As seems to be the case with almost any whiskey release these days it shouldn’t come as a surprise that there’s been some controversy over this product, but the Michter’s horse has been beaten so hard (for good reason) that it’s soon to be reincarnated as a whiskey critic, so I’ll leave it at that.
There’s been positive attention for this release also. A lot of it.
Some very positive attention, actually…
— FredMinnick (@FredMinnick) October 4, 2014
These are guys I normally trust, so I had to find out if this amount of hype was valid. One of the best releases of the year? I had high hopes…
Michter’s Toasted Barrel Finish Bourbon Whiskey
This is Michter’s standard US-1 Bourbon that is aged for an additional “period” in toasted (not charred) barrels constructed from staves that were air-dried for 18 months.
45.7% ABV | 91.4 Proof
Released Fall 2014
Full disclosure, this is the first and only Michter’s product I’ve purchased, so I have absolutely no benchmark for comparison.
When I first opened this bottle the nose was heavy on nutty aromas and a bit off-putting, but after about a month resting at the shoulder it has developed into a sweeter more approachable bouquet.
It’s thin with a hint of syrup and honey, followed by big notes of artificial caramel and faint traces of butter. Burnt vanilla hangs out in the background like a wallflower before a reluctant vinyl aroma emerges over time.
Nosing from the side of the glass you get alcohol, but directly from the center it seems watered down, which is interesting. After swirling the whiskey in my glass I notice there are absolutely no legs. I mean none, the glass remains crystal clear. Wait, there they are, one — no — two of them. While I do understand this doesn’t exactly mean much (other than it’s likely been stripped of its manhood?), it does strike me as peculiar.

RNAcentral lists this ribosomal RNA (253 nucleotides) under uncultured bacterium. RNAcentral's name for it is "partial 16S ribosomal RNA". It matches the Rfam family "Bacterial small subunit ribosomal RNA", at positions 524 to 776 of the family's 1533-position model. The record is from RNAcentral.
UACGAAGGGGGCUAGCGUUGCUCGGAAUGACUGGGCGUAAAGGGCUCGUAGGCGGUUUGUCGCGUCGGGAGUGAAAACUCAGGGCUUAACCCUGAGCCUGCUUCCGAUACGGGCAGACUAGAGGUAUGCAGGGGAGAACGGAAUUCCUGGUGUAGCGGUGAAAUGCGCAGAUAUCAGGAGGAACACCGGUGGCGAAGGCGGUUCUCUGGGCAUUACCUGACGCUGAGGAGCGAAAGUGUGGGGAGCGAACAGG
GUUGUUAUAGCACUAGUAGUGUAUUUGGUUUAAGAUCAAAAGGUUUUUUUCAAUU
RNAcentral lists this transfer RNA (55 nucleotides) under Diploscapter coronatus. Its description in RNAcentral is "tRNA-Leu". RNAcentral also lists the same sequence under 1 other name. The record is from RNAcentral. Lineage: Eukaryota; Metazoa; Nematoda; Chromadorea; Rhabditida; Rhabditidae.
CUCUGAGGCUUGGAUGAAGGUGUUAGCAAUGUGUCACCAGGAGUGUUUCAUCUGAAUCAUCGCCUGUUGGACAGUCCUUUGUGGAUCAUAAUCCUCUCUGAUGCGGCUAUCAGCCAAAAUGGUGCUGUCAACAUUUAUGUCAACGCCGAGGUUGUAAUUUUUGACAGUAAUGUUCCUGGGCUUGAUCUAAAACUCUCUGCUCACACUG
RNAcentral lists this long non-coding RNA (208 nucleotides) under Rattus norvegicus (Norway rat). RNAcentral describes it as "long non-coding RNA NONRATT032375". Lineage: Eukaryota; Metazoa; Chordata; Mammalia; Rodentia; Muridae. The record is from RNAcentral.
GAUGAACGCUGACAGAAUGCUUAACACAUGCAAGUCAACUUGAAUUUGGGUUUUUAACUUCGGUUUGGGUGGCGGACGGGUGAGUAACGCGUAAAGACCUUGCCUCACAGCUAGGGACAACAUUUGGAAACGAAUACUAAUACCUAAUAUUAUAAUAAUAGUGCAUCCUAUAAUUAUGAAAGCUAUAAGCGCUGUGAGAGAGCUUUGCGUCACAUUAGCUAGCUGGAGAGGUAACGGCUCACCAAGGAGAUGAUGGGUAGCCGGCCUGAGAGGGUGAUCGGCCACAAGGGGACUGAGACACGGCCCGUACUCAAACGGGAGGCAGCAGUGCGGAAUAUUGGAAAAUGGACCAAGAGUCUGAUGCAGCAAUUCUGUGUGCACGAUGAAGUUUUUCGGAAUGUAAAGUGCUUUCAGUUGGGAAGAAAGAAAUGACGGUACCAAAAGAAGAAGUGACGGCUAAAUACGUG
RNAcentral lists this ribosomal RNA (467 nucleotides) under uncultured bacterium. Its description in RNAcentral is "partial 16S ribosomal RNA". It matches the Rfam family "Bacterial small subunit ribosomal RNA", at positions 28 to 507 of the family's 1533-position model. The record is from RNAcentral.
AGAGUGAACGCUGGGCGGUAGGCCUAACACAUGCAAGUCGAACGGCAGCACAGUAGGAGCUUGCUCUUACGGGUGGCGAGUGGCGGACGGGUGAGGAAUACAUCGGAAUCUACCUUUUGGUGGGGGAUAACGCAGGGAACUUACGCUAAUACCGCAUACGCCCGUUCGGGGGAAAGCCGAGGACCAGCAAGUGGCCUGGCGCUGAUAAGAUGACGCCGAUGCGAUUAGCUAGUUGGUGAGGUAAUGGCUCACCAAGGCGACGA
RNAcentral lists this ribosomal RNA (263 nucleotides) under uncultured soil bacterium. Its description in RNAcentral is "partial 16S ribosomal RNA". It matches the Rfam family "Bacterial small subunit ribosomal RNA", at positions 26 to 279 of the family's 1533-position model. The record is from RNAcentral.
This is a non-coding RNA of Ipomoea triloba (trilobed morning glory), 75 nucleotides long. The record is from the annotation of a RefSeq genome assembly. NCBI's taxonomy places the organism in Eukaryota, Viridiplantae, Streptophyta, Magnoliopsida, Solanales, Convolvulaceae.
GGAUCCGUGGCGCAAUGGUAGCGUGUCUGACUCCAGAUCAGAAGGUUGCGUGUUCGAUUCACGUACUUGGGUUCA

On the first sip, alcohol rushes out of the glass and shoots straight across the tongue carrying sharp cinnamon and is long gone before I realize it. This is very light overall, but with more alcohol than would be expected at 91.4 proof.
After a few sips, notes of unsalted and otherwise as-neutral-as-possible toasted almonds arrive. The typical ensemble of vanilla & caramel sings a soft tune as though under water. ‘Tis the season.
The finish seems to be in such a hurry it doesn’t exit the train to say hello. It’s just gone, passing straight through the station without so much as a wave goodbye.
I can’t get over how non-existent the finish is. It’s fascinating. If you are one who enjoys your bourbon to disappear like a bandit without a trace, this is the stuff for you.
I will give the nose some credit, it’s good, but the palate is lackluster. This whiskey invites you to what you expect to be a fancy dinner, but brings you to one of those restaurants that dedicates so much attention to the presentation and methodology of the menu that the cuisine ultimately suffers. Yet, overall it remains decent enough to please most through simple sustenance.
You, my friend, get by.
I’ve heard and read a lot of comments that this is similar to Woodford Reserve Double Oaked, and while there are some similarities, this is MUCH easier drinking and less, um, intimidating. I haven’t compared the two side-by-side, but from memory this is less of an oaky screaming infant and lacks the thick chocolate profile the Woodford throws right at you like a baby playing with their food.
I can certainly understand how this is palatable to some, but it doesn’t do much for me. It’s not off-putting or bad, just light and easy-drinking; a bit boring. If that’s your thing, buy a bottle.